|Date of birth||October 1875|
|Place of birth||West Derby, Liverpool, England|
|Date of death||1944 (aged 68–69)|
|19xx–1915||Viktoria 89 Berlin|
|* Senior club appearances and goals counted for the domestic league only|
John Brearley (October 1875 – 1944) was an English association football player and manager. He played as a forward for several clubs, most notably Millwall Athletic, Everton and Tottenham Hotspur. He was able to play in at least five outfield positions, but had a preference for playing inside-right. During the First World War he was interned at Ruhleben, a civilian detention camp in Germany.
Brearley played 51 games and scored 13 goals for Millwall Athletic as he helped them win the Southern League District Combination and reach the semi-final of the FA Cup in 1900. He made his debut for Everton against WBA in September 1902 and subsequently made 24 appearances and scored 8 goals for the club. He finished as Everton’s top league goalscorer in 1902-03 with 7 goals. Among his teammates at Everton were Samuel Wolstenholme. He was then signed for Tottenham by former Evertonian, John Cameron and went on to score 24 goals in 133 games for them. Among his teammates at Tottenham were Vivian Woodward. In January 1905 he played for a Professionals of the South XI against an Amateurs of the South XI during an England trial at White Hart Lane. He signed for Crystal Palace (then playing in the Southern League) in May 1907 and made 71 league appearances (3 goals) for the club between then and 1909. He finished his playing career with a return to Millwall Athletic as a player-coach in 1909.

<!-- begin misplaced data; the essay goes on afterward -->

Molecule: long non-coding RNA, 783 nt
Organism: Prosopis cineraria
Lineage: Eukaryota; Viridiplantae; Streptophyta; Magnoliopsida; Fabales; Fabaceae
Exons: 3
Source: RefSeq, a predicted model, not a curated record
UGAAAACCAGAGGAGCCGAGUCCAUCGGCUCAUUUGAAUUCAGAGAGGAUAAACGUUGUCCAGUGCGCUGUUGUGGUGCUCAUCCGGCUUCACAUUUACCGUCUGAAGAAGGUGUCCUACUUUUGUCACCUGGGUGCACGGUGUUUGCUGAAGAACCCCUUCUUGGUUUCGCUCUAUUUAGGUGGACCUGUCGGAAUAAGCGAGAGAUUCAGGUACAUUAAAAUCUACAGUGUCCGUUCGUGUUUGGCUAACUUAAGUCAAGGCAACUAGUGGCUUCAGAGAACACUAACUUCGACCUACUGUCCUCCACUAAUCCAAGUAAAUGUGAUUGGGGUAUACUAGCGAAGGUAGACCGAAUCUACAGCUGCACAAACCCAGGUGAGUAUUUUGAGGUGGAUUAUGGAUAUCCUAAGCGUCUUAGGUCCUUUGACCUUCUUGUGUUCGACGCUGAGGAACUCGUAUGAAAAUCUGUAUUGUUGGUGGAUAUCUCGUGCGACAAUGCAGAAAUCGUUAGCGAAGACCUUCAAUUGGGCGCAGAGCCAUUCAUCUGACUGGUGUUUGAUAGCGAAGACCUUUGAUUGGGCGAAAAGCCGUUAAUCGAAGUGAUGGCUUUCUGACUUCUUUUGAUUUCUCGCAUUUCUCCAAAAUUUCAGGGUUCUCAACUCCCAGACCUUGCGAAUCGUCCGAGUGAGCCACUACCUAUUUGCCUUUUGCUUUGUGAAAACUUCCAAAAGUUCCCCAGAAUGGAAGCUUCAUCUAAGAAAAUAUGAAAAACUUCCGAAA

Prisoner in Germany
Brearley subsequently worked as a coach at Viktoria 89 Berlin in Germany. While there the First World War broke out and he was interned at Ruhleben, a civilian detention camp in the Spandau district of Berlin. Brearley was one of several former professional footballers at Ruhleben. Among them were his former Everton teammate, Samuel Wolstenholme, and his former manager at Tottenham, John Cameron. Others included former England internationals, Fred Spiksley, Fred Pentland, and Steve Bloomer and a former German international Edwin Dutton. The camp contained between 4,000 and 5,500 prisoners. Gradually a mini-society evolved and football became a popular activity. Cup and league competitions were organised and as many as 1,000 attended the bigger games. On 2 May 1915 an England XI featuring Brearley, Pentland, Wolstenholme and Bloomer played a World XI captained by Cameron. Brearley also captained the Barracks 10 team that won a cup competition in 1915. He also played cricket at the camp and in May 1915 played for a Rubleben XI, which also included Bloomer, against a Varsities XI in the Rubleban Cricket League. A John Brearley was also listed as one of several Freemasons at the camp.
Brearley died in 1944, aged 68 or 69.
- Who’s Who Of Everton (2004): Tony Matthews